As I sat at my desk in West London looking out of the window, it wasn’t looking very hopeful for a successful photography session in London. I’d already checked my weather apps and although it initially looked promising, by late afternoon the sky was still flat and rain was in the air.
I left work for the day and as I wandered towards the station, I was in two minds. Should I go take photos, or, with the weather so bad, should I just head home? With little chance of getting good light or a cracking sunset I almost threw in the towel but then a thought struck me. Am I giving up to easily? I stopped in my tracks and stood there whilst I decided what to do. With the conditions as they were, best case I could grab a cracking black and white long exposure, worst case I could scout and explore for next time, when conditions were improved.
I jumped on the underground which took me into central London. I decided to head towards Tower Bridge which is a great spot, providing many photo opportunities facing different directions which certainly helps when you are using the moving clouds or directional light to aid your composition. Having checked the direction the clouds were moving, I decided to set my camera up at St Katherine Docks looking west towards Tower Bridge and the Shard.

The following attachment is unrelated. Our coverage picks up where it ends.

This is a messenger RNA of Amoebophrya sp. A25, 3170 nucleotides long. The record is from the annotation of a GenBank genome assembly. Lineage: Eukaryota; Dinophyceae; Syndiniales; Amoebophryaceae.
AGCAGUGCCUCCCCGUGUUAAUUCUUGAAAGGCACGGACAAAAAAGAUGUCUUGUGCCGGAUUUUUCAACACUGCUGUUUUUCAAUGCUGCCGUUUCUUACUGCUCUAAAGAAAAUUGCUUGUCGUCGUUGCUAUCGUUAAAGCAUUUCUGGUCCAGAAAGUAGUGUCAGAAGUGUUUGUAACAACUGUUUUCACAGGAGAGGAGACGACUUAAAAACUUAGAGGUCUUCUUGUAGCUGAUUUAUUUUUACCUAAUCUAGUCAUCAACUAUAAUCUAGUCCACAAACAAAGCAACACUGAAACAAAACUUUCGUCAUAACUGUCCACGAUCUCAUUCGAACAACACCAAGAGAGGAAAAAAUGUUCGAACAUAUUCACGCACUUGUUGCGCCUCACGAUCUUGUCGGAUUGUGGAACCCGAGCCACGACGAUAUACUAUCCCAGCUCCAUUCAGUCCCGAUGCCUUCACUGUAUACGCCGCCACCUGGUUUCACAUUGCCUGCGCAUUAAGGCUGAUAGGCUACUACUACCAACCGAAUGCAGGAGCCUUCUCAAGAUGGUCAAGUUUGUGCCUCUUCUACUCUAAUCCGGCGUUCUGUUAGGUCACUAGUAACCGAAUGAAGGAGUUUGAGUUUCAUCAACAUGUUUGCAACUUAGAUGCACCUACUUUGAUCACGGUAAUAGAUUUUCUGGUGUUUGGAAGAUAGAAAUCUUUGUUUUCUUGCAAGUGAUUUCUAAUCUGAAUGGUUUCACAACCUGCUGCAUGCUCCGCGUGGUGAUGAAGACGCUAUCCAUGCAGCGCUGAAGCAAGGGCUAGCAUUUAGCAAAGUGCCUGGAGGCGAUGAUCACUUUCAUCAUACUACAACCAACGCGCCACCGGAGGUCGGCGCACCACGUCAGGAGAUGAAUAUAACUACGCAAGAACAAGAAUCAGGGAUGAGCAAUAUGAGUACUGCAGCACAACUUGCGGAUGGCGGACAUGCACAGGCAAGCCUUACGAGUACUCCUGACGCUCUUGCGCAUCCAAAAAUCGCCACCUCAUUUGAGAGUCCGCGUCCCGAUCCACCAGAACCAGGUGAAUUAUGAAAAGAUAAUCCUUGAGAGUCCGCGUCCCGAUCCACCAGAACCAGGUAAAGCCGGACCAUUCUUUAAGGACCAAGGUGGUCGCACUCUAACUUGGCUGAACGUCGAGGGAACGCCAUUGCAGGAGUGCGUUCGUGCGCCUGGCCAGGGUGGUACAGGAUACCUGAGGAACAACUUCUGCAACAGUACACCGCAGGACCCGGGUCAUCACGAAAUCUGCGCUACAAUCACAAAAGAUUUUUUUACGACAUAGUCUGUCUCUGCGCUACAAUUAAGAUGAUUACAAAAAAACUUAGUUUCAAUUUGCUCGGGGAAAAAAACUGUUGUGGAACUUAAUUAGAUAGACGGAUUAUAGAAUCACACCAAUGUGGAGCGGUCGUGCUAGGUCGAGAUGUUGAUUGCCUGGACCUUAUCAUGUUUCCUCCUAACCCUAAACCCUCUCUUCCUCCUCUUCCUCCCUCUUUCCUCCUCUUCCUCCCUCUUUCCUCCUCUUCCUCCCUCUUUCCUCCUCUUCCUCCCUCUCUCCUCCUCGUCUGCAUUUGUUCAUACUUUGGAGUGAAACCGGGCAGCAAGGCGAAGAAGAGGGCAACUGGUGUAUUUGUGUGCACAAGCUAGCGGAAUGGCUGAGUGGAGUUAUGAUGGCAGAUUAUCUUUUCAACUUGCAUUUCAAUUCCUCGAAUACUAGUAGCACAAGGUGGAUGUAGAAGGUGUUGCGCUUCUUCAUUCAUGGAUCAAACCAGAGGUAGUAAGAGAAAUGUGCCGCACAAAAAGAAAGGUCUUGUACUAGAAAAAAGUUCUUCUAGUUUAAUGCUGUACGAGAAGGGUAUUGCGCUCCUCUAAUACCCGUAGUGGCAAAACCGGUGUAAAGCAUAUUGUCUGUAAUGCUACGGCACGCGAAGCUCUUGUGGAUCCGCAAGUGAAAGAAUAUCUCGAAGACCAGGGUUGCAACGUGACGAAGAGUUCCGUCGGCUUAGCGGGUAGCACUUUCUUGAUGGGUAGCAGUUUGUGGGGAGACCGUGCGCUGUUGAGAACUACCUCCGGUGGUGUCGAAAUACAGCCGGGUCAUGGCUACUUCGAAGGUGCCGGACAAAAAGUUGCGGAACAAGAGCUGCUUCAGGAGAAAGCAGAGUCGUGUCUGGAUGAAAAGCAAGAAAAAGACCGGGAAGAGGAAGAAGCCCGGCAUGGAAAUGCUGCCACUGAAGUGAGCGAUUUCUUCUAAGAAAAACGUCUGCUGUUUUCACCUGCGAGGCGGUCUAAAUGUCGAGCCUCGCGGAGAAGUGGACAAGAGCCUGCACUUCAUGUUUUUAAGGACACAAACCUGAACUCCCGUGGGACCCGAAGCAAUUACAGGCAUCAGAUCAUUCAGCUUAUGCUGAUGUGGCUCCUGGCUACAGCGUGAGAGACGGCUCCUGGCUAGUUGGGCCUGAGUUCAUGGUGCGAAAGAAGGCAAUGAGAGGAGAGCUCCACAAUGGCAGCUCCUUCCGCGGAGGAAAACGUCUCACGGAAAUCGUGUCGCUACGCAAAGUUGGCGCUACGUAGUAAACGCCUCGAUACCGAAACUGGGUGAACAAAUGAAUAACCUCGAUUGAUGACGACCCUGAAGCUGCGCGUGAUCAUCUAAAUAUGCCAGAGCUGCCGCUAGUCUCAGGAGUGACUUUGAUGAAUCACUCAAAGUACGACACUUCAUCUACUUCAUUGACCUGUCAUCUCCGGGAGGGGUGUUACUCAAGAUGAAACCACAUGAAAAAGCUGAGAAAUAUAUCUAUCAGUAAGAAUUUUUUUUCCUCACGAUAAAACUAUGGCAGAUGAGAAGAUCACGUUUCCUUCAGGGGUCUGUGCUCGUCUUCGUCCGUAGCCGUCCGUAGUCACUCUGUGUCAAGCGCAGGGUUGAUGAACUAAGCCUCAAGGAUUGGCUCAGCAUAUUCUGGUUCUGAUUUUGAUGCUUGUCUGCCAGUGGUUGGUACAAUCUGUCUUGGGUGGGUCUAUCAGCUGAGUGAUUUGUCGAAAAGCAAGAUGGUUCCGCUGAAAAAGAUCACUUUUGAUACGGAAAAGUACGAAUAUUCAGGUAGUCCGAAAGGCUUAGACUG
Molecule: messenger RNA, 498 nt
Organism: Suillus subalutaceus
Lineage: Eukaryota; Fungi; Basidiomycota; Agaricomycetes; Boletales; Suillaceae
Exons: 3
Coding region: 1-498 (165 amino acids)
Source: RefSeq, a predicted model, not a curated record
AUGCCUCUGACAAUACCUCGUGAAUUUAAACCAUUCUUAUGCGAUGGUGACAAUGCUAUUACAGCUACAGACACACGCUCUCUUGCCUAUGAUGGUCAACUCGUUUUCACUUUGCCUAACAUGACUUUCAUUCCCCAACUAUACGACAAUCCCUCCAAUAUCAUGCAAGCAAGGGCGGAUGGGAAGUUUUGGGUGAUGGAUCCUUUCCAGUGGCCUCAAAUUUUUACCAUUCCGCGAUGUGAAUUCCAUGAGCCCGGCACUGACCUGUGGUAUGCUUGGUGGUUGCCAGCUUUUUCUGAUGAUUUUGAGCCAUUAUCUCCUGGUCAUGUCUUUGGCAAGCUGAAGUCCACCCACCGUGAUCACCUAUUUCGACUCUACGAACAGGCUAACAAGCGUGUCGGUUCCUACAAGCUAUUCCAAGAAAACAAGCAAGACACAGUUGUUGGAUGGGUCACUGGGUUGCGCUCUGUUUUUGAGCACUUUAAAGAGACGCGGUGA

To capture the shot below, I used a Formatt-Hitech 10-stop ND filter which gave me an exposure time of 28 seconds catching just enough of the movement in the clouds and smoothed out the Thames helping to simplify the composition and allow the architecture to stand out even more. If you want to learn how to take great long exposure images, you can read my 10-step process by signing up to my newsletter here.
Top tip!! While out and about taking black and white photos, use a black and white film simulation such as Fujifilm’s Acros so you can actually see what your images will look like as you take them. It’s a great approach to get the best results when purposely shooting black and white.
It would have been easy for me to just head home and not take a single image but I’m really glad I didn’t. Many photographers reach a certain point where they don’t feel pressured to capture a photo every time they head out. I realised some time ago that once I enjoy the experience as well as the results, I don’t need to capture a “keeper” during every trip so the pressure reduces, patience increases and the results improve. It’s worth thinking about.
Until next time.
This post is featured in my Weekly Photo series where I post a new photo every Sunday.